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12. The Economics of Violent Intervention in the Market

5. Triangular Intervention: Price Control

A triangular intervention occurs when an intervener either compels a pair of people to make an exchange or prohibits them from making an exchange. The coercion may be imposed on the terms of the exchange or on the nature of one or both of the products being exchanged or on the people doing the exchanging. The former type of triangular intervention is called a price control, because it deals specifically with the terms, i.e., the price, at which the exchange is made; the latter may be called product control, as dealing specifically with the nature of the product or of the producer. An example of price control is a decree by the government that no one may buy or sell a certain product at more (or, alternatively, less) than X gold ounces per pound; an example of product control is the prohibition of the sale of this product or prohibition of the sale by any but certain persons selected by the government. Clearly both forms of control have various repercussions on both the price and the nature of the product.

A price control may be effective or ineffective. It will be ineffective if the regulation has no influence on the market price. Thus, if automobiles are selling at 100 gold ounces on the market, and the government decrees that no autos be sold for more than 300 ounces, on pain of punishment inflicted on violators, the decree is at present completely academic and ineffective.19 However, should a customer wish to order an unusual custom-built automobile for which the seller would charge over 300 ounces, then the regulation now becomes effective and changes transactions from what they would have been on the free market.

There are two types of effective price control: a maximum price control that prohibits all exchanges of a good above a certain price, with the controlled price being below the market equilibrium price; and a minimum price control prohibiting exchanges below a certain price, this fixed price being above market equilibrium.

Let Figure 83 depict the supply and demand curves for a good subjected to maximum price control: DD and SS are the demand and supply curves for the good. FP is the equilibrium price set by the market. The government, let us assume, imposes a maximum control price 0C, above which any sale is illegal. At the control price, the market is no longer cleared, and the quantity demanded exceeds the quantity supplied by amount AB. In this way, an artificially created shortage of the good has been created. In any shortage, consumers rush to buy goods which are not available at the price. Some must do without, others must patronize the market, revived as illegal or “black,” paying a premium for the risk of punishment that sellers now undergo. The chief characteristic of a price maximum is the queue, the endless “lining up” for goods that are not sufficient to supply the people at the rear of the line. All sorts of subterfuges are invented by people desperately seeking to arrive at the clearance of supply and demand once provided by the market. “Under-the-table” deals, bribes, favoritism for older customers, etc., are inevitable features of a market shackled by the price maximum.20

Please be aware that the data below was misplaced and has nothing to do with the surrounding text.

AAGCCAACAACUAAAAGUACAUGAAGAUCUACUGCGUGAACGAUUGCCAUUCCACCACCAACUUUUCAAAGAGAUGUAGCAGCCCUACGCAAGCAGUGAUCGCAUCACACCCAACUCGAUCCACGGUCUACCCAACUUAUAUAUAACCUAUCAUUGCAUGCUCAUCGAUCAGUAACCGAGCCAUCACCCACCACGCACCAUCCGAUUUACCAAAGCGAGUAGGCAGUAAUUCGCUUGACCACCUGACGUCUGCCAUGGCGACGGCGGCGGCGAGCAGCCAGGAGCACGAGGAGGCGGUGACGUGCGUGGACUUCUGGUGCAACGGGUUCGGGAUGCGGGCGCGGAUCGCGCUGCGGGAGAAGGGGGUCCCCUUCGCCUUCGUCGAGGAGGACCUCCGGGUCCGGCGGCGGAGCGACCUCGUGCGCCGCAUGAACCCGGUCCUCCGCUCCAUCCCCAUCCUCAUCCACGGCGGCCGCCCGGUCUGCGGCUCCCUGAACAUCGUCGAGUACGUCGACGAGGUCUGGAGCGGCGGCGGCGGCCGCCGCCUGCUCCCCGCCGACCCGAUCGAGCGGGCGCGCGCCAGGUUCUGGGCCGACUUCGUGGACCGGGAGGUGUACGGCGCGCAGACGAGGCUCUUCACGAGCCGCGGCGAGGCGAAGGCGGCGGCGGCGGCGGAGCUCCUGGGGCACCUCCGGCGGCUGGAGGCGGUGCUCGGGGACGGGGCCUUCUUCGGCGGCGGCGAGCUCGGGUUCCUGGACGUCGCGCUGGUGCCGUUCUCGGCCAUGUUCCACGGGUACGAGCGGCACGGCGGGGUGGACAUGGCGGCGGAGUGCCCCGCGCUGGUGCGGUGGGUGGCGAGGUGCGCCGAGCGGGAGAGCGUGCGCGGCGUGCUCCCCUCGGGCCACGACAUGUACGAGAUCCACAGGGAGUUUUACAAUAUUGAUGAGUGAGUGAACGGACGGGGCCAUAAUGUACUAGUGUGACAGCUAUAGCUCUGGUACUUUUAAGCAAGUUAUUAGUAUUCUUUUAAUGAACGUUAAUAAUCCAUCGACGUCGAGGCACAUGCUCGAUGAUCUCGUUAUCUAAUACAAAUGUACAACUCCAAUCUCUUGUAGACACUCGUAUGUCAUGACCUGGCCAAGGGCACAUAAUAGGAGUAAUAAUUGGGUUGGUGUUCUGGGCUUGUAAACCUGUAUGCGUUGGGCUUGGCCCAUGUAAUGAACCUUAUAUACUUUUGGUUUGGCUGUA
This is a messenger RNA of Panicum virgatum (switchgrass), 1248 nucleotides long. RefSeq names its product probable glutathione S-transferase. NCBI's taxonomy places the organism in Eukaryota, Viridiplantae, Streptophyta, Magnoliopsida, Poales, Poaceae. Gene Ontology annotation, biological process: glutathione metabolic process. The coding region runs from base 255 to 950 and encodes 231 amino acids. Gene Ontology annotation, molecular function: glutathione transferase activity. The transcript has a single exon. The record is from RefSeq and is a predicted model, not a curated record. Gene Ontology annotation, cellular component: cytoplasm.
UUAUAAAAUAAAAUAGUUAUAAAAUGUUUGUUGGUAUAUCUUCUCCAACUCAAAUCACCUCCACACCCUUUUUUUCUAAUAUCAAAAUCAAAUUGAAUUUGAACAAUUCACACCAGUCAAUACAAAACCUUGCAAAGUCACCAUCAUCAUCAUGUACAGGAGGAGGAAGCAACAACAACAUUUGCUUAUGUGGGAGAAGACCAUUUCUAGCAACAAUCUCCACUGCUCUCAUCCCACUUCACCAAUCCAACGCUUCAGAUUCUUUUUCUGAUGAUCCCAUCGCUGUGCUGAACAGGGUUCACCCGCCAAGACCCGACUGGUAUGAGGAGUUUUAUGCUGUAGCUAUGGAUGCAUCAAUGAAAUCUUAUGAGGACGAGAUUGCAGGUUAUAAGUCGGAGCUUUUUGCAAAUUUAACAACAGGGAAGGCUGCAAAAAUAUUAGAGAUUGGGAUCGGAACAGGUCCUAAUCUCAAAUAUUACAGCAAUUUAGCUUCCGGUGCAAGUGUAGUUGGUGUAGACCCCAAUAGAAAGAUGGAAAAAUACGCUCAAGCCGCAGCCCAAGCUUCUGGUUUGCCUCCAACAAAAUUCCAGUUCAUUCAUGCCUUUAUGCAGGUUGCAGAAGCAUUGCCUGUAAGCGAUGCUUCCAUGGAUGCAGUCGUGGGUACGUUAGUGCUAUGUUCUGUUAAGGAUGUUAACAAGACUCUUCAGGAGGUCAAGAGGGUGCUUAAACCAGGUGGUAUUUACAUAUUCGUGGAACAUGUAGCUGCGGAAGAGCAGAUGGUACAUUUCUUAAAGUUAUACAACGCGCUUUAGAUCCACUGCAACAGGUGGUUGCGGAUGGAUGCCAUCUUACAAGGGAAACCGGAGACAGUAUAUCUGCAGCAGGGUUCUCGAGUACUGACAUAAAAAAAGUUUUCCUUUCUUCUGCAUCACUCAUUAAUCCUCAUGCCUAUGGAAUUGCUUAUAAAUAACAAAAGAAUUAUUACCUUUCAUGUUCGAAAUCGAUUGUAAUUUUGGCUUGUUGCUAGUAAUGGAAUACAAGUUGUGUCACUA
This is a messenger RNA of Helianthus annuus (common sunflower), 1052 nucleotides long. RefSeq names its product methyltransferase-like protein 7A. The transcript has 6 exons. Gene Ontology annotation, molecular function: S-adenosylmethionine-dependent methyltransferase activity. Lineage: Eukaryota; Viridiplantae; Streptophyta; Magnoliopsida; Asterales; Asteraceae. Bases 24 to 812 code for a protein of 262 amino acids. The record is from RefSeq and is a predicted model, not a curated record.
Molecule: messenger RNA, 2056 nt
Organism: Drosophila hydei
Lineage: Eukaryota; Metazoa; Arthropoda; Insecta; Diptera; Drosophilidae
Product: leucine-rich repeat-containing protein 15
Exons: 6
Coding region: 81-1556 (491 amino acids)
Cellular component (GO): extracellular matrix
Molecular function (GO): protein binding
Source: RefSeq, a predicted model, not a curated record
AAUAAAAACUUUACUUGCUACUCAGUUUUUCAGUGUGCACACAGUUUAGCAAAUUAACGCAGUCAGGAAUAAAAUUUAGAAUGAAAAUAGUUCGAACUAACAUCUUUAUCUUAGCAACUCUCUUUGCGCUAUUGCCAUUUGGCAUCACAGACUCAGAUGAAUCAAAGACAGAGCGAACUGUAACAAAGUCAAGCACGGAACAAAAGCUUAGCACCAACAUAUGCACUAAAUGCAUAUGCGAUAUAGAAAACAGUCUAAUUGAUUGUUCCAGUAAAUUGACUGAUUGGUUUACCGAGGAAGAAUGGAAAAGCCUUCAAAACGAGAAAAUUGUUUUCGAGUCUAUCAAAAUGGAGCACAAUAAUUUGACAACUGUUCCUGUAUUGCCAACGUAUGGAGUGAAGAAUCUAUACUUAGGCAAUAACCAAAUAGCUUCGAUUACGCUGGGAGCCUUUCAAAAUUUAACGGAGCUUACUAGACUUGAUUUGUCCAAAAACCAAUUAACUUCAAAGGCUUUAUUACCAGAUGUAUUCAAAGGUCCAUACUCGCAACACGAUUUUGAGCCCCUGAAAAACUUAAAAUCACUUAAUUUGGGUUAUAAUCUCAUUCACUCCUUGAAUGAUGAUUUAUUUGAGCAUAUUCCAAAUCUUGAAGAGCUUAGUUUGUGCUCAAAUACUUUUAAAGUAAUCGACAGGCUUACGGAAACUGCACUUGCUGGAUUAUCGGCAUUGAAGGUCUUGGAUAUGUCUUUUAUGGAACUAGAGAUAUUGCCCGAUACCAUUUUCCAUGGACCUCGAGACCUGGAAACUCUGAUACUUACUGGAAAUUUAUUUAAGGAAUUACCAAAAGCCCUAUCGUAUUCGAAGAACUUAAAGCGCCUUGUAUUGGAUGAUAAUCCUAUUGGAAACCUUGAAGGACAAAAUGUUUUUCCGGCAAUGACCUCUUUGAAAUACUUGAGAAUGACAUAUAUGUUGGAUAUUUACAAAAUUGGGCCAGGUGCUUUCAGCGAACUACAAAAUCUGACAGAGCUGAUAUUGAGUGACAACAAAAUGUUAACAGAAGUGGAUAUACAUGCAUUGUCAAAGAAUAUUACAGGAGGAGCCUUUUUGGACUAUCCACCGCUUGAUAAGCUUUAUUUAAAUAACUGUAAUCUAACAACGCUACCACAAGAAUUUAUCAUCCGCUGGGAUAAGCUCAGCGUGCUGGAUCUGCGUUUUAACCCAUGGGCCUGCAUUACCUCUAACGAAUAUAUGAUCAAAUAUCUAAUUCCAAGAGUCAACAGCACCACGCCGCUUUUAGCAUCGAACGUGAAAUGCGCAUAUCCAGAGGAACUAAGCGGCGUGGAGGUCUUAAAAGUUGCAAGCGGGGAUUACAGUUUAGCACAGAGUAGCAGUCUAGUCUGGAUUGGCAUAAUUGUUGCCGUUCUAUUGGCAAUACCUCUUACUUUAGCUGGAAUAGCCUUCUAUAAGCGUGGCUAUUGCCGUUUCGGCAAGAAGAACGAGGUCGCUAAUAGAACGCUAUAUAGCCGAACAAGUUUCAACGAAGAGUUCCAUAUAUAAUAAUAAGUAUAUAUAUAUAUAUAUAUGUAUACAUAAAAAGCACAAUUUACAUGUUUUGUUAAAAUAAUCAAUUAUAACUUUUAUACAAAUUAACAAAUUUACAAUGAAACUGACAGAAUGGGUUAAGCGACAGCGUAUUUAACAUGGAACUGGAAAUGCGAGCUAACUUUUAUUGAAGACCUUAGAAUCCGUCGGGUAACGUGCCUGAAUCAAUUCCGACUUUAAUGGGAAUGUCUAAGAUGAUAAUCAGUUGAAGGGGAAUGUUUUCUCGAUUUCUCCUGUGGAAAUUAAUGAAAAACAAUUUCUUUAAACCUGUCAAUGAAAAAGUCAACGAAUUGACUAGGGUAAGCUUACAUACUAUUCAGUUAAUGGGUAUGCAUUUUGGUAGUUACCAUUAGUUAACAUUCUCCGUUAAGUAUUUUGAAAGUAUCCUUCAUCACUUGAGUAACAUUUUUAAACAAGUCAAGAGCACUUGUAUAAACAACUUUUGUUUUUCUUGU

It must be noted that, even if the stock of a good is frozen for the foreseeable future and the supply line is vertical, this artificial shortage will still develop and all these consequences ensue. The more “elastic” the supply, i.e., the more resources shift out of production, the more aggravated, ceteris paribus, the shortage will be. The firms that leave production are the ones nearest the margin. If the price control is “selective,” i.e., is imposed on one or a few products, the economy will not be as universally dislocated as under general maxima, but the artificial shortage created in the particular line will be even more pronounced, since entrepreneurs and factors can shift to the production and sale of other products (preferably substitutes). The prices of the substitutes will go up as the “excess” demand is channeled off in their direction. In the light of this fact, the typical governmental reason for selective price control—”We must impose controls on this necessary product so long as it continues in short supply”—is revealed to be an almost ludicrous error. For the truth is the reverse: price control creates an artificial shortage of the product, which continues as long as the control is in existence—in fact, becomes ever worse as resources have time to shift to other products. If the government were really worried about the short supply of certain products, it would go out of its way not to impose maximum price controls upon them.